Now showing 1 - 5 of 13
- ItemDesire in language: Nathalie Sarraute's theatre of interpellation(Association des Études Françaises et Francophones d'Irlande, 2011) Noonan, MaryThe main line of argument pursued in this article is that the focus of Nathalie Sarraute's work for the theatre is the moment of turning in response to the voice that hails, and that her theatrical exposition of this moment aligns it with hesitation, resistance and loss: a disturbance in the originary moment of interpellation, a failure to sustain the other through the voice that addresses. The article concludes that it was in the theatre that her writing found its natural home.
- ItemAn archaeology of soundscapes: The theatre of Noëlle Renaude(Taylor & Francis, 2010) Noonan, MaryIn this essay, I will consider French writer Noëlle Renaude's development as a playwright, from The Northern Fox (1988), in which she blends different styles and linguistic registers, to her most recent plays, where she has abandoned virtually all the theatrical conventions and where she enacts a radical experimentation with the movement of words within the frame of the page/stage. In the plays written between 2004 and 2008, Renaude explores the relationship between language and space, between textuality and orality. In the space of memory that is evoked, all the dead voices are summoned out of the earth—excavated—in order to animate a geographical space. The playscripts present themselves as maps to be decoded—words are untethered from syntax and move about the page in unfamiliar patterns, telling stories of characters wandering in a landscape, getting lost, sometimes disappearing. These texts call for, and nurture, new ways of reading and performing plays: we must survey the page/stage, measure distances between words, decode symbols, chart proliferating patterns. We must become cartographers—the mathematical precision of the mapmaker is very much what is required if we are to navigate our way into, and out of, these pages. Using eye and ear, we plot our route through a terrain where the old signposts are no longer of any use.
- ItemL'art de l'ecrit s'incarnant: The theater of Noëlle Renaude(Yale University Press, 2007) Noonan, Mary
- ItemDismantling, sifting, sorting: Valérie Rouzeau's poetics of scrappage(Association des Études Françaises et Francophones d'Irlande, 2012) Noonan, MaryTaking as its starting-point Julia Kristeva's work on the relationship between pre-verbal experience and poetic language, notably in La Révolution du langage poétique and Polylogue, this essay sets out to establish that the poetry of Valérie Rouzeau is marked above all by sonorous mayhem, rhythm and an absence of boundaries in space and time. Close analysis of the poems in the collections Pas Revoir (1999) and Quand je me deux (2009) reveals a highly ludic and dislocatory approach to the word, anarchic punctuation, erratic rhymes and unrestrained image-association. The article concludes that Rouzeau is raiding the semiotic domain of her auditory imagination, and that her poetry brings the reader to a place of omnipresent simultaneity, where the indeterminacy of pre-verbal experience of self and world can be apprehended through sound.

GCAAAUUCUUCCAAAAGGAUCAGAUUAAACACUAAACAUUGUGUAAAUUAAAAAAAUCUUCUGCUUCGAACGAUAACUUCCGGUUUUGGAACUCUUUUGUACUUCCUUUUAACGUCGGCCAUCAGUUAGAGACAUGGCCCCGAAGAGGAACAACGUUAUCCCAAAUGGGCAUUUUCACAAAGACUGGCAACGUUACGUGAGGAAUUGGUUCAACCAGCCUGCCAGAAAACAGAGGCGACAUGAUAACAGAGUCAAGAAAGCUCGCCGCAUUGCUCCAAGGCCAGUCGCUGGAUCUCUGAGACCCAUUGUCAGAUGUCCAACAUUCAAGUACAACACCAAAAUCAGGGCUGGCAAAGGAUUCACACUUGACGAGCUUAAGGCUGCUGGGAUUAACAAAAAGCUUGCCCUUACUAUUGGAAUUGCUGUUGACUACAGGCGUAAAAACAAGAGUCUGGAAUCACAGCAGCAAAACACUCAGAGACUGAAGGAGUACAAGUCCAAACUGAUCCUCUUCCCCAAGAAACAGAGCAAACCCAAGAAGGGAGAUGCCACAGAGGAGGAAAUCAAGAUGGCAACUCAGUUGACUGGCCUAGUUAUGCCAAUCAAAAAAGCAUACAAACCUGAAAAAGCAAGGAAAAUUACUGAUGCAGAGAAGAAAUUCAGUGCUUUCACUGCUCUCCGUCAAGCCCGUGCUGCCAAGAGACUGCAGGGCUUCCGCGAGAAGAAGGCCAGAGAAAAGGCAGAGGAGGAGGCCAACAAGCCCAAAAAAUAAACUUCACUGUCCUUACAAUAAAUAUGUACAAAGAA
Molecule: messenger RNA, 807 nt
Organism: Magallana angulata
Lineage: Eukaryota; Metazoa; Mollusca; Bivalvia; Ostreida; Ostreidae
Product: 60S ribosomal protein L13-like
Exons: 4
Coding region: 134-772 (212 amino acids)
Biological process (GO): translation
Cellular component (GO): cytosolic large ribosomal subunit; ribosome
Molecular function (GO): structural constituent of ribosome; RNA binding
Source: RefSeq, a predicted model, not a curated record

- ItemWithin the Opaque Mirror: The Poetry of El-Mahdi Acherchour(Yale University Press, 2020-02) Crowley, PatrickThe poetry of El-Mahdi Acherchour (1973) is hermetic, errant, marked by longing. His first volume, L’Œil de l’égaré (1997) nods towards the Andalusian Sufi mystic Muḥyī al-Dīn Ibn al-ʿArabī (1165–1240), the epigraph to the second volume, Le Chemin des choses nocturnes (2003) acknowledges the French poet René Char (1907–1988) but draws the reader into the metaphor of the mirror that returns us to Ibn al- ʿArabī; not to his notion of unity beyond duality but to a reflection that traces the troubling of the lyrical subject, desire and the possibilities of a poetry without origin. These publications come as Algeria’s décennie noire draws to its end and if Acherchour’s poetry obliquely references the violence of that period, it does so by enfolding it into the pursuit of poetry through a language both clear and opaque. Drawing on recent scholarship (Elhariry, 2017), as well as the work of Glissant and Khatibi, this article tracks and analyses Acherchour’s pursuit of a poetics that secretes fragments of the past (personal, historical, poetic) into opaque forms that draw from both Ibn al- ʿArabī and French letters and, further still, from writers such as Borges. El-Mahdi Acherchour, a Kabyle, was born in Sidi Aïch and has lived mainly in Holland since 2005.